This month, a University of California hot line began offering 20 recorded messages on healthier eating habits.
The service is targeted at the poor people and recent immigrants, who often find their weight increasing when they abandon traditional diets for American fare. The obesity-prevention and weight-management tips are in both English and Spanish.
Suggestions include common-sense tips such as getting more exercise and avoiding fatty foods. The messages also advise families to grow their own vegetables and get rice, beans and fresh fruit from food banks.
The toll-free service also explains the connection between economics and obesity. A recent study by university researchers found that dietary changes such as substituting wheat bread for white, lean ground beef for regular and lowfat cheese for whole-fat can boost monthly food spending by $70 to $80 for a family of four.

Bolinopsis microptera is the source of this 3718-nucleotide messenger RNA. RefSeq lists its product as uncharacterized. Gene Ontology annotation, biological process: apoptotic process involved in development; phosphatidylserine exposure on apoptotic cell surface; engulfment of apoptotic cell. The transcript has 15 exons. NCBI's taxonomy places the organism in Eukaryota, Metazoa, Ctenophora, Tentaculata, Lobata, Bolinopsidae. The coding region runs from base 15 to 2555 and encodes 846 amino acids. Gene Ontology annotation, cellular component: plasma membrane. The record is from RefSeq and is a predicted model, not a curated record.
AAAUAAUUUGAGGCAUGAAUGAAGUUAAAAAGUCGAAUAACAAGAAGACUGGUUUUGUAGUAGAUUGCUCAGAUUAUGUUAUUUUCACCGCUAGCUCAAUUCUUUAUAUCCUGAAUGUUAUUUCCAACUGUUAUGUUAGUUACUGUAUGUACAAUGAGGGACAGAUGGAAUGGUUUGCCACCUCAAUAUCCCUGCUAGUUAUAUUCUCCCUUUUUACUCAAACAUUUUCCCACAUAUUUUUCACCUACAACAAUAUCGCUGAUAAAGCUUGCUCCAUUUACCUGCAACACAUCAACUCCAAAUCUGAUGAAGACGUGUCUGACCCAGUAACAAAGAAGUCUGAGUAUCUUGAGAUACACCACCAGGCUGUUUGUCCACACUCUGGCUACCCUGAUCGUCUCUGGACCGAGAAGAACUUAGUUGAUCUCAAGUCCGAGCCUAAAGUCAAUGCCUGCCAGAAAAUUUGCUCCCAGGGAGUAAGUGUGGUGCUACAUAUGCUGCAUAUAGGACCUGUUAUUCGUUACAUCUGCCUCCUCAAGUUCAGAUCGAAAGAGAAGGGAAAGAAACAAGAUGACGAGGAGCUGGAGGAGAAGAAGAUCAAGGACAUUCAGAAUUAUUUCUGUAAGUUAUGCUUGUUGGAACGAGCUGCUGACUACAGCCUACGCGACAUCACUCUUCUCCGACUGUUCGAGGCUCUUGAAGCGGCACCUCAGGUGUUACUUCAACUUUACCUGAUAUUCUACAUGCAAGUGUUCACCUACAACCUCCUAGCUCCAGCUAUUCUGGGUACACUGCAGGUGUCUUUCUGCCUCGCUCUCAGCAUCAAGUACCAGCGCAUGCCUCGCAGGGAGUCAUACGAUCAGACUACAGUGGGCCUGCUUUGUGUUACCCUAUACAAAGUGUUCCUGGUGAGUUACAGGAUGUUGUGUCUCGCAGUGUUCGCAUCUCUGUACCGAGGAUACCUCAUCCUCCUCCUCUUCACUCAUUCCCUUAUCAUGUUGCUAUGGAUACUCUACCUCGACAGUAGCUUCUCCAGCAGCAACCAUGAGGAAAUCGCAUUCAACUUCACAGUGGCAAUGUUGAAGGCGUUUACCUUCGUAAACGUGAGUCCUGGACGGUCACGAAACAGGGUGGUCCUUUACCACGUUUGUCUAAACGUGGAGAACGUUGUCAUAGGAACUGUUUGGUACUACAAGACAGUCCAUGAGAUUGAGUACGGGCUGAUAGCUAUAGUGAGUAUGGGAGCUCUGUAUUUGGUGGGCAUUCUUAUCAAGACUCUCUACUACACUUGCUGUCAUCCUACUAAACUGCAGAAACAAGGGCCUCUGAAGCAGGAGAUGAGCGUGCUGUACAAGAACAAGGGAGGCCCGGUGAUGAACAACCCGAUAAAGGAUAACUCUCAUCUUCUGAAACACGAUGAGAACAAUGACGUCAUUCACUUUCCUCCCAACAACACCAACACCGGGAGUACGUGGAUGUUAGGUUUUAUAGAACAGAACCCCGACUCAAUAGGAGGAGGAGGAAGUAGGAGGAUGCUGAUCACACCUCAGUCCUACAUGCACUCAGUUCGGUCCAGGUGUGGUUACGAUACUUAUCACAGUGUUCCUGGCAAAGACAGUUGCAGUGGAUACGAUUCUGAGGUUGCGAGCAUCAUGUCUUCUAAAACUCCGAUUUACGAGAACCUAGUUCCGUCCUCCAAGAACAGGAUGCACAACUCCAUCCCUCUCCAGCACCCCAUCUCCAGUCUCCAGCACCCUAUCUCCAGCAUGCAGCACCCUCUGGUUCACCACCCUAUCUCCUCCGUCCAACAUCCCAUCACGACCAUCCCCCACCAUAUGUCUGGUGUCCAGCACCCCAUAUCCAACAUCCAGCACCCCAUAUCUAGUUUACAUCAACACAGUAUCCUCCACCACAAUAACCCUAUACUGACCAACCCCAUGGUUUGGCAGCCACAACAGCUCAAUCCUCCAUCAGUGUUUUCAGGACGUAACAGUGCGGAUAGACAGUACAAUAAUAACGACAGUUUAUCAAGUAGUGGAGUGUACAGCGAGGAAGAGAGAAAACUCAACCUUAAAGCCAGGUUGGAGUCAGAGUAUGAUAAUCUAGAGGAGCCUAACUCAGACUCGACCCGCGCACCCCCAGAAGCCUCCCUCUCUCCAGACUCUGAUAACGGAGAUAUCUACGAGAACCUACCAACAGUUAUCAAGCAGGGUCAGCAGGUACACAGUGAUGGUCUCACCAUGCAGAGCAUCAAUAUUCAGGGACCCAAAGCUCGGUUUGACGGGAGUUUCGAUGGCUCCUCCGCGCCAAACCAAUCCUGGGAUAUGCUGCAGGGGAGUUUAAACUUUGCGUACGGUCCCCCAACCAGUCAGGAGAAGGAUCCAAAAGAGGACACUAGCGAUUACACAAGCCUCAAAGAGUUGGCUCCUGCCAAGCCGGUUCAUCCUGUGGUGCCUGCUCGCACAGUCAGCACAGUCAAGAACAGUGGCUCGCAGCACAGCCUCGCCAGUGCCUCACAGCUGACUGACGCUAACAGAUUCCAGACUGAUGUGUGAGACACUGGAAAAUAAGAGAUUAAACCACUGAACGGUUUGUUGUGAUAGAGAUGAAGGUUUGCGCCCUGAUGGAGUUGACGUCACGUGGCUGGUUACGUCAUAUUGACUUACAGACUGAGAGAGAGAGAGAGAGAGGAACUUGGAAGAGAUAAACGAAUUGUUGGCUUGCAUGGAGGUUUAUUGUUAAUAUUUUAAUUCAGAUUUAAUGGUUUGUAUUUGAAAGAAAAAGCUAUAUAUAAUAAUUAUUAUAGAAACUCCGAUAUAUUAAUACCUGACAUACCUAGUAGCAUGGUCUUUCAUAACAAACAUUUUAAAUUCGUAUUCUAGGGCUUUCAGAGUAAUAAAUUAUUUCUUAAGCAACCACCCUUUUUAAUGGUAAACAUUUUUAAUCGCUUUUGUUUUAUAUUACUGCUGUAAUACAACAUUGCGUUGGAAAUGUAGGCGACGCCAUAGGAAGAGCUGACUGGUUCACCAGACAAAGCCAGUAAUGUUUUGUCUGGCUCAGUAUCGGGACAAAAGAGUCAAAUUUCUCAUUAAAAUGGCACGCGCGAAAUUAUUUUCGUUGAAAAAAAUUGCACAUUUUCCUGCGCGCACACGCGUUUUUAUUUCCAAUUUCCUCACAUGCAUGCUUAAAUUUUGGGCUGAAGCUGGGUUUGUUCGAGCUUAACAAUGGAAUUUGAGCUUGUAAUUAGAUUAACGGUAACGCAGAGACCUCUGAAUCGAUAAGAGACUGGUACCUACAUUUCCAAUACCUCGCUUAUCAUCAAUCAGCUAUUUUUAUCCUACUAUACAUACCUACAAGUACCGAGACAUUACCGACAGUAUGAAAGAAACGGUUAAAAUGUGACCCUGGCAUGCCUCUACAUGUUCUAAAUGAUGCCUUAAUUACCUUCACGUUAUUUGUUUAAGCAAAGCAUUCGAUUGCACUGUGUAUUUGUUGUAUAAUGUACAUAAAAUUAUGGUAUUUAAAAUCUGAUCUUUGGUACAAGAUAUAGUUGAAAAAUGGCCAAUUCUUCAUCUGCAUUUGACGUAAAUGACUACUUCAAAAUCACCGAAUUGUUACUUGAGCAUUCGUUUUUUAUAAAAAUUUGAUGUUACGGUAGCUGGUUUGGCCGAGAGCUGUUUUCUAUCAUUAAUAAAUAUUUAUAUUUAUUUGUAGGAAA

Tips on good parenting and how to avoid heat stress - a problem for farm workers who spend hours in the broiling sun - are planned next.
The tip line idea was first tried about a year and a half ago with messages in Spanish on diabetes, an especially serious problem among Hispanics. About 350 people called during a three-week period.
University scientists followed up with tips on how to recover from the wildfires that hit Southern California. Those messages drew 500 calls over two weeks.
"We saw that was an excellent tool to provide information to people who don't have access to the Internet and who perhaps prefer to use a friendlier tool like the telephone," said Myriam Grajales-Hall, manager of Spanish broadcast and media services for the university's Division of Agriculture and Natural Resources.
The toll-free number is 1-800-514-4494.
By Michelle Locke